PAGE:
Reliability of wind turbine blades: An overview of materials testing

John W. Holmes, Bent F. Sørensen, Povl Brøndsted

    Research output: Chapter in Book/Report/Conference proceedingArticle in proceedingsResearch


    The structural reliability of wind turbine components can have a profound impact on both the profitability and reputation of a wind turbine manufacturer or supplier of wind turbine components. The issue of reliability is of critical concern when large wind farm co-operatives are considered, and when wind turbines are located in remote regions where the cost of inspections and repairs can be very high. From a structural viewpoint, wind turbine blades are subjected to very complex loading histories with coupled deformation modes. The long-term reliability of wind turbine blades requires an understanding of how damage develops in composite structures, composite materials and adhesives. Designing reliable wind turbine blades also requires the further development of laboratory scale and full scale test methods to evaluate the structural response and durability of new materials under various loading and environmental conditions. This paper highlights recent advances in methods used to characterize adhesive joints in wind turbine blades and the manner in which laboratory data is used to predict the structural response of wind turbine blades.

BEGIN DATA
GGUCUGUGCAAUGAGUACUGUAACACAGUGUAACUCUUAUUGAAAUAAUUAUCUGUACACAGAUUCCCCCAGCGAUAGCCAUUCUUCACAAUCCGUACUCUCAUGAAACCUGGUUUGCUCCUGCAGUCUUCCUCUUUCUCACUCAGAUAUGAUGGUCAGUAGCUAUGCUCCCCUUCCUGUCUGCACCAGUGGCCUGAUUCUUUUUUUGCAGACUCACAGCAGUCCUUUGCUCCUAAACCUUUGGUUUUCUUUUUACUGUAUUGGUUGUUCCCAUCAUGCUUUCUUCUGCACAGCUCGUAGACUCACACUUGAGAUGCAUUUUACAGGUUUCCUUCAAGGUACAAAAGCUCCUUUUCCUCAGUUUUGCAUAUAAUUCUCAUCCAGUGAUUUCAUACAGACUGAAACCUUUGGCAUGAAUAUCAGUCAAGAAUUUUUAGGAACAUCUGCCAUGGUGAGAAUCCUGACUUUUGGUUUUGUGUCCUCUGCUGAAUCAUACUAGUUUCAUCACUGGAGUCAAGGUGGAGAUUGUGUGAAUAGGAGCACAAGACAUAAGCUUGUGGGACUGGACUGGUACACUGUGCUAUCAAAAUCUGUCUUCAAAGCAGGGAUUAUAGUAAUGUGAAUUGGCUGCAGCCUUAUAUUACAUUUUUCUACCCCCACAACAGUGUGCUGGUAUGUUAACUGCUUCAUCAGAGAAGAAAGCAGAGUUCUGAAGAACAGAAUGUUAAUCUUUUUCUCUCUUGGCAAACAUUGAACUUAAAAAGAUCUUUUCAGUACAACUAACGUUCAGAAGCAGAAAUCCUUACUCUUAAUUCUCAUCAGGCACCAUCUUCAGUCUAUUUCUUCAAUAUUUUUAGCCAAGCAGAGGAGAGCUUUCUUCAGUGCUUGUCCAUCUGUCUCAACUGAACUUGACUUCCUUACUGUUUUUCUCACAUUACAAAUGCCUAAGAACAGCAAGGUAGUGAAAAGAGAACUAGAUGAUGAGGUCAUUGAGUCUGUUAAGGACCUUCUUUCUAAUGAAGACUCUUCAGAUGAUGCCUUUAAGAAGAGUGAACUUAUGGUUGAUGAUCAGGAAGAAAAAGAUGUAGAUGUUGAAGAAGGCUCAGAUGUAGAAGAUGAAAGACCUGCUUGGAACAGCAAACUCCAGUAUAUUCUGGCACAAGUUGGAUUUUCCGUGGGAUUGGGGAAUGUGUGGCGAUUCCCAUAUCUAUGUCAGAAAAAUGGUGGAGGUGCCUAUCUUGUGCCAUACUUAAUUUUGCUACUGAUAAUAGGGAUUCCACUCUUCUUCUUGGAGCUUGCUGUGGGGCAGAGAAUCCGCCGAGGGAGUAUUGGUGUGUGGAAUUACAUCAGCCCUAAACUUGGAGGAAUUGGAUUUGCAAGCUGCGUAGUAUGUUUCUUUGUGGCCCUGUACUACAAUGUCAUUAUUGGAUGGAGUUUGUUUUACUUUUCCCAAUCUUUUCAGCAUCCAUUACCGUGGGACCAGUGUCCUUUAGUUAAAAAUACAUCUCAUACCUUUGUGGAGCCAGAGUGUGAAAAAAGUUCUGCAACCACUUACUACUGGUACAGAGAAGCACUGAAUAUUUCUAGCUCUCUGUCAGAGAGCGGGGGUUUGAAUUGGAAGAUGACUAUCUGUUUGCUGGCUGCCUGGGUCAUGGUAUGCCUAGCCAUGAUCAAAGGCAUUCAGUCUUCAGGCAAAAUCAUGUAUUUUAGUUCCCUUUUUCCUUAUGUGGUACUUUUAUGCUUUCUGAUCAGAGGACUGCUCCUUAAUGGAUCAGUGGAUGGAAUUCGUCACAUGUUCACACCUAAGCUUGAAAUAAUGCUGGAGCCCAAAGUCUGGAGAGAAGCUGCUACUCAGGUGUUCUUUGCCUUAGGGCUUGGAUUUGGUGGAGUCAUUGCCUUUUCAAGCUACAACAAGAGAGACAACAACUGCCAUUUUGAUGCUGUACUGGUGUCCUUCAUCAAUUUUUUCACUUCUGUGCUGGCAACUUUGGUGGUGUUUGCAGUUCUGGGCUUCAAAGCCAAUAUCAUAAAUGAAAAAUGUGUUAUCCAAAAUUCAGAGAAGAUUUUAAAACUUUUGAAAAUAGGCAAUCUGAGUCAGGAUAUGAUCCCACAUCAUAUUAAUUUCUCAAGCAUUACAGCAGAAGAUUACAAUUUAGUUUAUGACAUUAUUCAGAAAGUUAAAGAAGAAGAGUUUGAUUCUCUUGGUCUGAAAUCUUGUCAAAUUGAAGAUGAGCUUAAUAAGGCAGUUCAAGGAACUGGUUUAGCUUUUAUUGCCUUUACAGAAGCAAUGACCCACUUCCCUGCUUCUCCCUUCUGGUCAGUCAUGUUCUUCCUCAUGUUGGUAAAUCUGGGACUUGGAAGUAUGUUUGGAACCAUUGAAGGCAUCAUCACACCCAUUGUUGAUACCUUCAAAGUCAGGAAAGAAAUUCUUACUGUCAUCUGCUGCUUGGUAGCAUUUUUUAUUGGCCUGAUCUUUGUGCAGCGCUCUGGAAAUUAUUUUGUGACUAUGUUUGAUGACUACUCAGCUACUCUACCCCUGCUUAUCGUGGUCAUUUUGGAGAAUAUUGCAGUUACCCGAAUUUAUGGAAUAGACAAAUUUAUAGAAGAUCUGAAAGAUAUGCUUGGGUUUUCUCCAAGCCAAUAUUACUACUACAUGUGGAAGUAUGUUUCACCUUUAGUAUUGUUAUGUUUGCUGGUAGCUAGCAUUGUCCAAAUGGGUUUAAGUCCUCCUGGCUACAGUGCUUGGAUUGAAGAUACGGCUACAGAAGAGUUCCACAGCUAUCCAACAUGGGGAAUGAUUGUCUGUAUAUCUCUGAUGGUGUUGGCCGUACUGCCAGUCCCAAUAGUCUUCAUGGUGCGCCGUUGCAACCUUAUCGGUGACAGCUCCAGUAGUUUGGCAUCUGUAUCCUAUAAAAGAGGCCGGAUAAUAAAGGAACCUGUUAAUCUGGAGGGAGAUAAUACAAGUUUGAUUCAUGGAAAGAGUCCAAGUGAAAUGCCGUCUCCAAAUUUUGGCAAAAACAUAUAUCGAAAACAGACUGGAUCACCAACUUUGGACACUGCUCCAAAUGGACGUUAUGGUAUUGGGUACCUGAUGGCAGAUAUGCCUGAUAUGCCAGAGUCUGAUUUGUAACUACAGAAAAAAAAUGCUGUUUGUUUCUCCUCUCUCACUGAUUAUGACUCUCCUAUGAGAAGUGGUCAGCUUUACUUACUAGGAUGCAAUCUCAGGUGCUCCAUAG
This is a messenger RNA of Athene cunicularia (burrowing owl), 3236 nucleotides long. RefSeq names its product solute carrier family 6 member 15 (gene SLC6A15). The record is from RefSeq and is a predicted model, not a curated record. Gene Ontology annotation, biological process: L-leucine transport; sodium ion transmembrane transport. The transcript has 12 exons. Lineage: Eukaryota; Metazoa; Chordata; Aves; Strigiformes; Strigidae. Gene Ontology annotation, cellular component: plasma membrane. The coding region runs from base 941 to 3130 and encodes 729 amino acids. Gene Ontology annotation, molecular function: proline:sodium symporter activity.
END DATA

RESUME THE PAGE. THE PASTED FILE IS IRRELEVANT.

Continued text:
Original languageEnglish
    Title of host publicationProceedings of the Wind Power Shanghai 2007
    Place of PublicationShanghai
    PublisherChinese Renewable Energy Industry Association
    Publication date2007
    Publication statusPublished - 2007
    EventWind Power Shanghai 2007 - Shanghai, China
    Duration: 31 Oct 20073 Nov 2007


    ConferenceWind Power Shanghai 2007


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